Re-imagining Nigerian Cuisine: Cassava Chips

The truth is when I happen upon a new ingredient, I like to explore as much as I can.

So I’ve done the soup and the salad and this time, it’s the deep-fried chips. I figured that would work better than roasted but that’ll be explored as well.

Here, I deep-fried the chips for a few minutes till golden. And seasoned with salt, chili and black pepper.


And simply served with scent leaf sauce which is so dopeeeeeeeeeee. That recipe is coming soon. 

And? Hmmm, not the best turn out. Edible but..

The thing is, the cassava already has a chewy, bendy texture which does not change on frying.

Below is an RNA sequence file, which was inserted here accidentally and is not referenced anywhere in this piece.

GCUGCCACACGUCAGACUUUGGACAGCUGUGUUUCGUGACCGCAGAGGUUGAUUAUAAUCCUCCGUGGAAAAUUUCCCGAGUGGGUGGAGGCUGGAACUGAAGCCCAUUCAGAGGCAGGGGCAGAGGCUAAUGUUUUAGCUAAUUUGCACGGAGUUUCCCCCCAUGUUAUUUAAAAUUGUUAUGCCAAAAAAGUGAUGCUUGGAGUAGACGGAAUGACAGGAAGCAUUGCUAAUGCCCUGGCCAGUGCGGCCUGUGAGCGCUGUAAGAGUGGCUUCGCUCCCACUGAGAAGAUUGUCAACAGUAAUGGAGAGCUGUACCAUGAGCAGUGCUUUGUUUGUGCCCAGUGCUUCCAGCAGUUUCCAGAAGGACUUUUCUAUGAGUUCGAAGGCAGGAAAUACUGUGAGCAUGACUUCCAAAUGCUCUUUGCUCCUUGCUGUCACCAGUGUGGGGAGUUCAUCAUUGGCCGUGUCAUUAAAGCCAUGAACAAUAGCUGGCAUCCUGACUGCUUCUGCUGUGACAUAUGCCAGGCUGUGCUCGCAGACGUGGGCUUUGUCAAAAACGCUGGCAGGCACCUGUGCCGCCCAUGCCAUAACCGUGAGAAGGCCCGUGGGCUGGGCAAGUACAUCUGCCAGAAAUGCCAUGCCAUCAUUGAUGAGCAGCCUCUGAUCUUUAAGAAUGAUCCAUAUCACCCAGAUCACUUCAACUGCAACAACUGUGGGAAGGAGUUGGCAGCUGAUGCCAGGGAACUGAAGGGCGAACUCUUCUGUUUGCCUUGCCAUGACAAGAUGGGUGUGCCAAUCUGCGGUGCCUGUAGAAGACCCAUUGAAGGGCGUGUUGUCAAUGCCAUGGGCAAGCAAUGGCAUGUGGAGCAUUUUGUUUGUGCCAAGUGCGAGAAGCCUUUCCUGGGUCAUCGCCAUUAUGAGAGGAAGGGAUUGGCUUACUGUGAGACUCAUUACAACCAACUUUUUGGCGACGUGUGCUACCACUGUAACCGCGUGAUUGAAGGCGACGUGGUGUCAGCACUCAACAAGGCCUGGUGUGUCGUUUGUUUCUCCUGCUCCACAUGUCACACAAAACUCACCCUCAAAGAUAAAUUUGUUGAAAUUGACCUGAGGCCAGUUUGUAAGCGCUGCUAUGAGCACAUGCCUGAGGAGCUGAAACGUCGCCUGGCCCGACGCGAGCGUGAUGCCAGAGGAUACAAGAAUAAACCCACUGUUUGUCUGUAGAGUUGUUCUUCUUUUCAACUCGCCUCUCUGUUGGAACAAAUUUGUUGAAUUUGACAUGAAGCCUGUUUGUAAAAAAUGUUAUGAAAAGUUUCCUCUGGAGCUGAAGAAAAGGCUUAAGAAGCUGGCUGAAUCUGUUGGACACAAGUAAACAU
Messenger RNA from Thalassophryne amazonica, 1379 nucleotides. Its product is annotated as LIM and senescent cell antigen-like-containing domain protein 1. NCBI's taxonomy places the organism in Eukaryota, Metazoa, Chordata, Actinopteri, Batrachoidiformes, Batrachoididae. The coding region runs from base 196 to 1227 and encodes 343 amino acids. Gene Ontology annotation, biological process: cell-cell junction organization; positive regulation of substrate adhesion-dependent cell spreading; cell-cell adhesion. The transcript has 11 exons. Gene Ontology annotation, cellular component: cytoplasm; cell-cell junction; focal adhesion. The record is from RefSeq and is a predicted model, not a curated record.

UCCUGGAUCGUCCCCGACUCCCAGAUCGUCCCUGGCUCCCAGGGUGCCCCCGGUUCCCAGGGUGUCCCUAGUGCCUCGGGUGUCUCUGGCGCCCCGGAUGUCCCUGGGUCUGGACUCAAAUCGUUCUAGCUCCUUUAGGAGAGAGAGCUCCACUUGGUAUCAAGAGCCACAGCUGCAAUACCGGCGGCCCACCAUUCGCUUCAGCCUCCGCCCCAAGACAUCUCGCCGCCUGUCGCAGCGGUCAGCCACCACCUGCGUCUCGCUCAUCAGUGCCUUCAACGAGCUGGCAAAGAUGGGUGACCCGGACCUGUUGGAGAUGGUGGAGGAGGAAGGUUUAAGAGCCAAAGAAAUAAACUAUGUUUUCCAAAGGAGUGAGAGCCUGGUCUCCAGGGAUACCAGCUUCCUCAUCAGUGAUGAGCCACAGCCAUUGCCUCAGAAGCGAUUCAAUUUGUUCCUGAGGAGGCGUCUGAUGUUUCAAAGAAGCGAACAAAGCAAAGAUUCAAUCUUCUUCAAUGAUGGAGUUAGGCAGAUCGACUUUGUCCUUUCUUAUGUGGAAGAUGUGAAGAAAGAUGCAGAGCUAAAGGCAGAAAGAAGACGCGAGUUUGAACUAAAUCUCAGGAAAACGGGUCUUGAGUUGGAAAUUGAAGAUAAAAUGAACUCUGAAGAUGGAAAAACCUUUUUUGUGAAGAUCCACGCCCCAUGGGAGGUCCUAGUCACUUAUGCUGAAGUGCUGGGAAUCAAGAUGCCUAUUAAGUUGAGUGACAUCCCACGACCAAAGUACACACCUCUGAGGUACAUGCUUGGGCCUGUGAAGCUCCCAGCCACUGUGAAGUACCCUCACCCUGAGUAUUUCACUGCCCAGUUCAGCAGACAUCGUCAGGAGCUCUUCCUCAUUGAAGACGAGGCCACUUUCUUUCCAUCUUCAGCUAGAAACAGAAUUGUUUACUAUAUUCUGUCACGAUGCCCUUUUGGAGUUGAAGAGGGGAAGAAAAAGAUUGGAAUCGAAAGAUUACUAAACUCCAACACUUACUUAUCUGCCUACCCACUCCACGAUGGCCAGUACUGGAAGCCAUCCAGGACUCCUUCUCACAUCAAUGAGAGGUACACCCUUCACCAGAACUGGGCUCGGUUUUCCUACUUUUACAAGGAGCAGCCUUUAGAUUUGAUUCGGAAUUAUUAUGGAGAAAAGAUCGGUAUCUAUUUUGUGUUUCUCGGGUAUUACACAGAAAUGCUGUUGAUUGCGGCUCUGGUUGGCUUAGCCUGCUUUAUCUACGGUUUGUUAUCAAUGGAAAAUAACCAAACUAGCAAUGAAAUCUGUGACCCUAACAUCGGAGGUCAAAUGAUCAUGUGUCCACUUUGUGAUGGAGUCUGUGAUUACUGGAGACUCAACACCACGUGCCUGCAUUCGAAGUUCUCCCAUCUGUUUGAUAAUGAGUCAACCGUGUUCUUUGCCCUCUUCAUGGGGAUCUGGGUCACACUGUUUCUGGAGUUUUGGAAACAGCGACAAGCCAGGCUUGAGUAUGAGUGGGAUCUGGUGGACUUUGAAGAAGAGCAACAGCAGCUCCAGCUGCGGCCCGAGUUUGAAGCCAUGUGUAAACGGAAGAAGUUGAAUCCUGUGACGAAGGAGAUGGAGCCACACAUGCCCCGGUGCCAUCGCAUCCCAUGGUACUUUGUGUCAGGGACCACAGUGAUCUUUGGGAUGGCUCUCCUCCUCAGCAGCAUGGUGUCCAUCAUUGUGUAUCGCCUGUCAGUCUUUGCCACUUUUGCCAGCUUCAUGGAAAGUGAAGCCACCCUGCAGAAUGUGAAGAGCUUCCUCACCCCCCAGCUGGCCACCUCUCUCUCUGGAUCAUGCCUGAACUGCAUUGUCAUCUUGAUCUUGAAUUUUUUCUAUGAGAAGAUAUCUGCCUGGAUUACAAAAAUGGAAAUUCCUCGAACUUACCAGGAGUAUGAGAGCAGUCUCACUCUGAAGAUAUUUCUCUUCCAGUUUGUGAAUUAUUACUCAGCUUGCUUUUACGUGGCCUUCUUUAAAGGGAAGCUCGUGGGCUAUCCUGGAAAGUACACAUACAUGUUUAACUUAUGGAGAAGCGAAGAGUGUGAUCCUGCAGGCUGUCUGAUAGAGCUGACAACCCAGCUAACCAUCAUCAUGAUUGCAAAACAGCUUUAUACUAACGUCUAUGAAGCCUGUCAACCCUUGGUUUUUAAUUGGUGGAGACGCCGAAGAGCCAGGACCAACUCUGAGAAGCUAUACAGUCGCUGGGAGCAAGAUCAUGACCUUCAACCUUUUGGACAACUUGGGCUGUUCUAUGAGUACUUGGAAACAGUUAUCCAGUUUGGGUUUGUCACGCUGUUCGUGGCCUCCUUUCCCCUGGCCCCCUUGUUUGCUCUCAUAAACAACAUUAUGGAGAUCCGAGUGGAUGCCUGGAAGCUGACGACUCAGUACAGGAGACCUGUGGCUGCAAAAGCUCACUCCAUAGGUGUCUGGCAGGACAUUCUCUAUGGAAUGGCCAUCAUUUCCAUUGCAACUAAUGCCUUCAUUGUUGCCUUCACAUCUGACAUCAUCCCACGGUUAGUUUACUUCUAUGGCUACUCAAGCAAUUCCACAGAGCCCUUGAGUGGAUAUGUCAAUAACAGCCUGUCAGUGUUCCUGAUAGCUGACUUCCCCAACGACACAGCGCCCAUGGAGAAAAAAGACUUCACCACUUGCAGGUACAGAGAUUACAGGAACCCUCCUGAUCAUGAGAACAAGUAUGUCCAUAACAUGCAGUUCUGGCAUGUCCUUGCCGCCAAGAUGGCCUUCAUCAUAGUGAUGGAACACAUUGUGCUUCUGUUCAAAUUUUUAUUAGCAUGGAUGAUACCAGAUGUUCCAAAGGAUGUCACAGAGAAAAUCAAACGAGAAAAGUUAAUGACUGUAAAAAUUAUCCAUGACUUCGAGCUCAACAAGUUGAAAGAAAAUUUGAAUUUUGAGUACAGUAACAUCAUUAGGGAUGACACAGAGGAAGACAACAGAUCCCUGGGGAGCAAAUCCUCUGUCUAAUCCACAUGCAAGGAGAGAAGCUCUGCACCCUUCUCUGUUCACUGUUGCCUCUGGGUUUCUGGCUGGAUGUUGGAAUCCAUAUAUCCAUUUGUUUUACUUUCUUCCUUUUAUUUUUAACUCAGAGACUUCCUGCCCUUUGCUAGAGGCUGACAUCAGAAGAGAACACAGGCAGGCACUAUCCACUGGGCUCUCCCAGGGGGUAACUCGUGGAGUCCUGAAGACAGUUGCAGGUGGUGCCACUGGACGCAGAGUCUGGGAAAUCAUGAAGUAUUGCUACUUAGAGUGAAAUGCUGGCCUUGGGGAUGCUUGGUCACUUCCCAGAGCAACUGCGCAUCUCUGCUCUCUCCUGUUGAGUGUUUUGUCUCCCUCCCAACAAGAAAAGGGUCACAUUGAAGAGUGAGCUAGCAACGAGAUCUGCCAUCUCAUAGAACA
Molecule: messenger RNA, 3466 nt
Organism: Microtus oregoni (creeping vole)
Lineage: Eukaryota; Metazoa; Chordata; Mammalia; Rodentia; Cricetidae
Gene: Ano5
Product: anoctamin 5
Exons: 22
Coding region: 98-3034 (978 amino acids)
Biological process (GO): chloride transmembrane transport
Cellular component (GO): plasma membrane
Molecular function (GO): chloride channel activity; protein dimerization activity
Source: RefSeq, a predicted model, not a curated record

Though par-cooked starches – yam, potatoes take well to frying, this particular batch of cassava did not. Maybe because of the way it was cooked and all. Anyhow, for all the reasons in the world, it didnt yield delicate, crisp chips.


But it was an experiment worth trying.


Have you had delicious fried cassava chips? What do you recommend for success?[wpurp-searchable-recipe]Re-imagining Nigerian Cuisine: Cassava Chips – – – [/wpurp-searchable-recipe]


  1. Growing up on the Kenyan coast (Mombasa) fried cassava in two forms was an everyday snack. The vendors would slice them lengthwise into very thick chunks fry and serve with ground chillies and tamarind sauce. Fried cassava crisps or chips are sliced into thin round slices fried until crisp, drained and then packed into clear bags for sale. These two forms of fried cassava are very popular street food in Mombasa you will find them almost everywhere you go on the island.

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